Animation Nation

We are in the midst of an animation boom. Everywhere one turns there are computer-generated movies. And get ready: more are on the way. A lot more. With the recent acquisition of Pixar by Disney, the floodgates are about to open.

Kids are getting into the act, too. Many teenagers are becoming adept at creating their own Flash cartoons. No longer do they have to painstakingly paint an animated short, as I did in college, frame after frame – 24 frames just to make a single second! Now, a program will do much of the work for them. I’ve tried my hand a bit at this new way; I have to admit, it is fun to have shortcuts to the final product.

We’re in the honeymoon period with computer animation. If a movie looks cool, it gets a buzz going. But soon, as with all trends, the novelty will wear off and jaded audiences will yawn at technological one-upmanship. What will be left then?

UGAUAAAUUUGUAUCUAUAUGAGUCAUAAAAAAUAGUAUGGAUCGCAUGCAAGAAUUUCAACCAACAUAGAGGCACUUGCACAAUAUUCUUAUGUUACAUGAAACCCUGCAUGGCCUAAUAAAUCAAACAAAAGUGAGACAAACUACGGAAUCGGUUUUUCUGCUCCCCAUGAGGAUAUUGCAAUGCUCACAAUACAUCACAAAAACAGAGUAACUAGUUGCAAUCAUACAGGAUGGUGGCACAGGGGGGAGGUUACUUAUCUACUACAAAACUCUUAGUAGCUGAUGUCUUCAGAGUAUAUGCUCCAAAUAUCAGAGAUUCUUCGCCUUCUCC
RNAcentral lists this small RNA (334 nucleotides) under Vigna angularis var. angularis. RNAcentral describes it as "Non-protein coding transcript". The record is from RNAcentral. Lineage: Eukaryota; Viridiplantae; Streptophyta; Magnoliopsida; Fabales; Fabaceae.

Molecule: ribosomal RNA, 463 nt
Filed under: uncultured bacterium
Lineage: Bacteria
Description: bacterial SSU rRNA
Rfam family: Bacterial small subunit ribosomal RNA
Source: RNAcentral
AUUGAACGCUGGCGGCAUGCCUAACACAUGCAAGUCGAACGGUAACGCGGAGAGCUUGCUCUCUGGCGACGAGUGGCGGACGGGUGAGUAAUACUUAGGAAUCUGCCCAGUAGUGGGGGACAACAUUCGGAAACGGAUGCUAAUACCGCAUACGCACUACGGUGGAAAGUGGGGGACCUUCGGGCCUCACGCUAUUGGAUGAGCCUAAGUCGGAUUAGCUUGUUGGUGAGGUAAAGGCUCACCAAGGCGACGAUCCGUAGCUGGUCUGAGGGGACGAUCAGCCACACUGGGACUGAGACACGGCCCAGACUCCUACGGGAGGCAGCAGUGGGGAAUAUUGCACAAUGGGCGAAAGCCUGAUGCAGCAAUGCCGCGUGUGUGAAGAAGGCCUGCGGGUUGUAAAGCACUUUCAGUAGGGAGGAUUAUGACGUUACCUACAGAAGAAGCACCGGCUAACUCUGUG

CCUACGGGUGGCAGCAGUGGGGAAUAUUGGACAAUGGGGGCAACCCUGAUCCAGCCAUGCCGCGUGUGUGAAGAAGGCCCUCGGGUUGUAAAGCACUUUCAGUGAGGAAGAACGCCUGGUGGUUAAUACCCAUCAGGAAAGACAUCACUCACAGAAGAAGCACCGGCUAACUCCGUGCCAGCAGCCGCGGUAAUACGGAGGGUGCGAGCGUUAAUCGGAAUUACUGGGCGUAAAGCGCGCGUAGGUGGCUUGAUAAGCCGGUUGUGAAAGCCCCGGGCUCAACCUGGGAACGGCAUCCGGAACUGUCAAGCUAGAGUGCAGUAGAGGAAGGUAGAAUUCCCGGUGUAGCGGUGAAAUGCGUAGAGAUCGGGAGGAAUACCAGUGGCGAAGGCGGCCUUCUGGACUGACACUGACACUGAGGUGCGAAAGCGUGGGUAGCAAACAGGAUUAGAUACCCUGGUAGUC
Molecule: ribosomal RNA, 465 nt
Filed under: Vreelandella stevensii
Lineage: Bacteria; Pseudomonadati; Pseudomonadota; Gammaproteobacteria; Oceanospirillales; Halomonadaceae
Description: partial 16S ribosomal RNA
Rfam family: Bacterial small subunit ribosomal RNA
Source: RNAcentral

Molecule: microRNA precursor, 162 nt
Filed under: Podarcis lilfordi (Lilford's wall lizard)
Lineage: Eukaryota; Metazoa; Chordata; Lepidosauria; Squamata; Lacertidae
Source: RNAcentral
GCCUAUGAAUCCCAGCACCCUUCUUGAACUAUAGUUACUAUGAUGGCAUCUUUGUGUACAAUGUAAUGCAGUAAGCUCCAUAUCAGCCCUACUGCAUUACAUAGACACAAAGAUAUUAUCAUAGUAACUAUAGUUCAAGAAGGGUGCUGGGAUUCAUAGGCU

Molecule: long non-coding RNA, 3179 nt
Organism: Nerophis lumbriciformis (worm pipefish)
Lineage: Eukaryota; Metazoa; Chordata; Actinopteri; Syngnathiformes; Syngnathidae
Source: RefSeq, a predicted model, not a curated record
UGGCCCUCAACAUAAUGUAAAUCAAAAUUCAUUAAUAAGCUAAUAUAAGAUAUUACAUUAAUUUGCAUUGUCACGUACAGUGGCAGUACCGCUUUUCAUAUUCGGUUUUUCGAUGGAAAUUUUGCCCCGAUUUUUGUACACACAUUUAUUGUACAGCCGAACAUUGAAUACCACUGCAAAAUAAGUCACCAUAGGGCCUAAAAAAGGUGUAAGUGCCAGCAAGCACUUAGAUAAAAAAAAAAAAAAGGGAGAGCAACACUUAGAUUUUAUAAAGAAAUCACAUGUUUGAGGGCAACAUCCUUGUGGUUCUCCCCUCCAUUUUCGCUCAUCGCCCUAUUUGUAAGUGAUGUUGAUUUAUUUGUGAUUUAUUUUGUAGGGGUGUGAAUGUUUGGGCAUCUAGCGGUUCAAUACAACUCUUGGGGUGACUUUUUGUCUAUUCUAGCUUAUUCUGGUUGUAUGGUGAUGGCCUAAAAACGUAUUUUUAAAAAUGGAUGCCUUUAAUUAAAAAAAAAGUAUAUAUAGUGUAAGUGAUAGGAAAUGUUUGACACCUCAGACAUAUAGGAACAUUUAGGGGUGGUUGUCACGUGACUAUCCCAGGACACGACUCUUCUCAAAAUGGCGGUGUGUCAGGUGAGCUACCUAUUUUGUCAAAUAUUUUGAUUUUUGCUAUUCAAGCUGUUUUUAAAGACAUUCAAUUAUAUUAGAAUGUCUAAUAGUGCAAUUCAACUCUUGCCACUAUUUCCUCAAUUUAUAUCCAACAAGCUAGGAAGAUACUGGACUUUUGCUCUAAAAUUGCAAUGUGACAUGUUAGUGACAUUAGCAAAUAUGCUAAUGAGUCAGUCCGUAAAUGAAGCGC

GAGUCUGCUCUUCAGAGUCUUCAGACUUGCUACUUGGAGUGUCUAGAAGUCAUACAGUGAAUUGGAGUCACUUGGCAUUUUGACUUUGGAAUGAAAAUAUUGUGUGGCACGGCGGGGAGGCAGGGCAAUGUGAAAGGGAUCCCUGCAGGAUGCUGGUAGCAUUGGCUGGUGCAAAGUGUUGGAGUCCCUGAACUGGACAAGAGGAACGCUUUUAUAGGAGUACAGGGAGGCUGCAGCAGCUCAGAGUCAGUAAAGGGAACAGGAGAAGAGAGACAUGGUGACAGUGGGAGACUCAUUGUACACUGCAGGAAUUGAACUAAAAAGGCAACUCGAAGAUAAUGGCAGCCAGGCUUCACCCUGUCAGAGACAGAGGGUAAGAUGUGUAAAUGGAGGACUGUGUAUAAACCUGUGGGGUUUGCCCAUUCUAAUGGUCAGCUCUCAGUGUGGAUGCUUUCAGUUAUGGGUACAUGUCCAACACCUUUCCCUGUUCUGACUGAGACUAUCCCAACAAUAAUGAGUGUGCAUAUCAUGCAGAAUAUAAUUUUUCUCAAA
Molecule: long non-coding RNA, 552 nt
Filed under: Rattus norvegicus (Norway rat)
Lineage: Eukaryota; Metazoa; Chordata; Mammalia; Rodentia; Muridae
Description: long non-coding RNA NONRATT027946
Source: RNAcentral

The heart of any great movie: the story.

Pixar has understood this from the start. Even though advances have made the original Toy Story look quaint and old-fashioned, it’s hard to top the emotional power of that tale of growing friendship.

This lesson of the importance of story over technique can be shown to your own child in an easy way. Remember flip books? It’s the simplest way to do animation. Find an old book you don’t want and, starting in the back of the book, draw a character in the lower right corner of each page. Change the figure little by little in each corner. Make it do something simple: walk, jump, wave. When you’re done, riffle the pages with your thumb. There you have it! Animation!

It’s a fun effect. But technique is always a servant to story. Watching your character walk just makes one wonder where he’s going. And that’s how it should be.

Enjoy the cartoon boom while it lasts. But as you’re leaving the theater with your kids, talk about the story. Real storytelling will never have a bust.

Bruce Van Patter

all material ©2006 Bruce Van Patter